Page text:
Sonoma County car buyers face lower inventory of new and used vehicles

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Jim Bone gets a glimpse of the global supply chain crisis every time he looks at the lots from his two Santa Rosa car dealerships.

On a recent afternoon, his company Kia had 12 new cars on the lot when he would usually have 100. His Nissan lot, which in good times had 140 new cars, had 22.

“The sales are not up to par, but only for the reason that we don’t have cars,” Bone said.

With such a limited supply, local dealers are advising potential buyers to be aware of the scarcity of new and used car selections and to keep an open mind. Buyers looking to get a vehicle quickly may have to compromise on color or options. For electric vehicles, be prepared for a waiting list.

This is a classic case of tight supply and still strong demand, taking place on a global scale. But the situation affecting the automotive market is complex, driven by shortages of key components such as semiconductors and wire harnesses; a drop in factory production due to COVID-19 outbreaks or health protocols; and the shipping problems of container ships carrying cars, parts and other cargo backed up along the west coast, waiting to be moored.

“Take it all, then add it up and we’ve had our challenges across all brands,” said Justin Hansel, family business vice president of eight dealers and manufacturers such as BMW, Honda, Toyota and Ford under the Hansel Auto group. wallet.

This appears on new car registrations that are tracked in Sonoma County by Experian, the credit reporting agency. According to Experian, 13,571 of these new car registrations were recorded in the county from January to September. This is a 21% increase from last year, when sales were hampered by the closing of dealerships for a few months in the spring due to economic uncertainty over COVID-19. A more appropriate comparison would be 2019, which had 13,680 new car registrations, during the same period, which is slightly higher than the rate in 2021.

The tight supply has also affected used cars, continuing a trend of more than a year of bottlenecking their availability. This was first triggered when used vehicle wholesale auctions were temporarily halted at the start of the pandemic. This has persisted as car rental companies keep their inventory instead of selling their vehicles because they don’t want to be taken with less inventory, especially as tourism has rebounded this year.

“No one is selling used cars in rental companies right now,” Bone said. “If you’re looking for rental cars in tourist areas like Coeur d’Alene (Idaho) or Jackson Hole (Wyoming), you’ll pay up to $ 500 a day for a rental car.”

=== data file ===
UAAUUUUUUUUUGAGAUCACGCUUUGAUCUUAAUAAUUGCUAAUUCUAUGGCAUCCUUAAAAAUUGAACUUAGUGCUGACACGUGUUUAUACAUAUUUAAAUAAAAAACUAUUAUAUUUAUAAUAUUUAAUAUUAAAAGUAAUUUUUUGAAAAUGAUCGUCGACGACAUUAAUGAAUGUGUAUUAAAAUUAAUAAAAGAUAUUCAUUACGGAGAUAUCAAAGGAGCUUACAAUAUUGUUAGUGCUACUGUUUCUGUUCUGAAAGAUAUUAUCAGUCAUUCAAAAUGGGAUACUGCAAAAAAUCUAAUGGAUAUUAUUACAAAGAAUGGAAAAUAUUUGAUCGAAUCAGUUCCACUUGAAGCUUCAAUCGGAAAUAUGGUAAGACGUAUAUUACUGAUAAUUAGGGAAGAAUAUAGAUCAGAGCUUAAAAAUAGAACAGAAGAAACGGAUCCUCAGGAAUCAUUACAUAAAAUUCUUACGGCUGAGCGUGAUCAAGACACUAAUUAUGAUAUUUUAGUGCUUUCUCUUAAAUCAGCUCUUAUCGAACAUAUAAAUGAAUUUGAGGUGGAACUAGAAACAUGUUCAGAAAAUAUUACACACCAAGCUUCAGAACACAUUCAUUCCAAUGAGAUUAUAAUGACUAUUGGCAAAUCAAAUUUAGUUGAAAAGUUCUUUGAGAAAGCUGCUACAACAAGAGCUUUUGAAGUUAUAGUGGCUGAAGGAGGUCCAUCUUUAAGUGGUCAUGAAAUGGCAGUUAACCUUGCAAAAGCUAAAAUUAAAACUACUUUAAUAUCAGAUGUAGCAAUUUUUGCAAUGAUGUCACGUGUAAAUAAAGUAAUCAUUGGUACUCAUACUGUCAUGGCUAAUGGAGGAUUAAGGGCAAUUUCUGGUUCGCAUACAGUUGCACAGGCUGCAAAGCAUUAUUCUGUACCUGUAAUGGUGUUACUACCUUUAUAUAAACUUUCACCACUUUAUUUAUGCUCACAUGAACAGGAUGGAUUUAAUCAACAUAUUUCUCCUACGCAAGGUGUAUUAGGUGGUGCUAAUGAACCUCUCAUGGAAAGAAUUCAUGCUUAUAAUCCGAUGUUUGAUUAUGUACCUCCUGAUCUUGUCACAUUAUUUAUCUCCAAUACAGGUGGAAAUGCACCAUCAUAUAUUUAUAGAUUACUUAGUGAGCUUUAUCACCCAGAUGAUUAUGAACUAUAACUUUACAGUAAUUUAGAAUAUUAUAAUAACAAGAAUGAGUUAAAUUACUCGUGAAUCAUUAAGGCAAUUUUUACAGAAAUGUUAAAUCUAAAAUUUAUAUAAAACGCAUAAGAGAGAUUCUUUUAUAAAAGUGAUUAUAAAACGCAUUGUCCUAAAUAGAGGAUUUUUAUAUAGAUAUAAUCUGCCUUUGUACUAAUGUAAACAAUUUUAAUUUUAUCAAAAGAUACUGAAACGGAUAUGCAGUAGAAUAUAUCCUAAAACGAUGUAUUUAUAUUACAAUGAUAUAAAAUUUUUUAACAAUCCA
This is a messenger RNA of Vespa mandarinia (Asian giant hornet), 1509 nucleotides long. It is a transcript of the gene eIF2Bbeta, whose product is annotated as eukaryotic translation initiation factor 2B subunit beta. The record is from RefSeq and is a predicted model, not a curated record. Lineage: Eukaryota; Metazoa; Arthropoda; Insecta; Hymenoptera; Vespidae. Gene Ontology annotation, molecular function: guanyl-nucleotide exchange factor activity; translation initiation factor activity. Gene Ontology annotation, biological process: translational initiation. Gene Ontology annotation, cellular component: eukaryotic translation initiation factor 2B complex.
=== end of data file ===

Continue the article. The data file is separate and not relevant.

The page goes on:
Meanwhile, there is still consumer demand even though prices have not gone down and in some cases have gone up. “We have seen vehicle prices go up, in some cases, up to 30%. So a car that would cost $ 15,000 in this example would cost you $ 20,000, ”said Tom Hubert, senior vice president of auto, insurance and wealth management services at Redwood Credit Union.

The average loan amount from Redwood Credit Union this year is $ 32,643. In addition to being the leading local auto loan provider in the area, Redwood also has a popular car fleet in southern Santa Rosa, where it sells cars to members and non-members. This facility has about 50% less inventory than it typically would due to the supply shortage, Hubert said.

These buyers are also less demanding than normal given the more limited supply, he said. “People came in with a wider acceptance of what is good. They are OK with different colors rather than narrowing it down to one color or one interior. They are more open to different options because those are the options available, ”said Hubert.

“But the demand is still there. People still need cars, that’s for sure, ”he added.

This is the case of Community First Credit Union in Santa Rosa, which has seen a 30% increase in auto loan volume so far this year compared to last year, said David Williams, spokesperson. The overall total is $ 151 million in auto loans made through September.

The average loan amount is $ 34,231 for the credit union. To make monthly payments more affordable, the average loan is now 80 months for Community First. A few years ago, the average loan was five years, and then it climbed to six years later, Williams said.

“People are stretching their payments to keep their payments roughly at the same (level),” he said.

Inventory levels will gradually improve over the new year, Hansel said. But he noted that shopping habits have changed during the pandemic, with more and more consumers preferring to shop online and some even requesting that their purchased cars be delivered to their homes – a change which Hansel says is here to stay. to stay.

“I think there are more buyers who are willing to customize, build and wait,” said Hansel. He specifically cited the new all-electric Ford F-150 Lightning truck to be produced next year. The Detroit automaker has already authorized the deposit of $ 100 of deposits on the vehicle and such reservations have been off the charts, he said.

“It’s just mind-blowing how many Ford dealership reservations we have,” he said of the electric F-150. “Electricity is our market, I think we knew it was going to be strong. But it’s stronger than expected.

You can reach editor Bill Swindell at 707-521-5223 or bill.swindell@pressdemocrat.com. On Twitter @BillSwindell.

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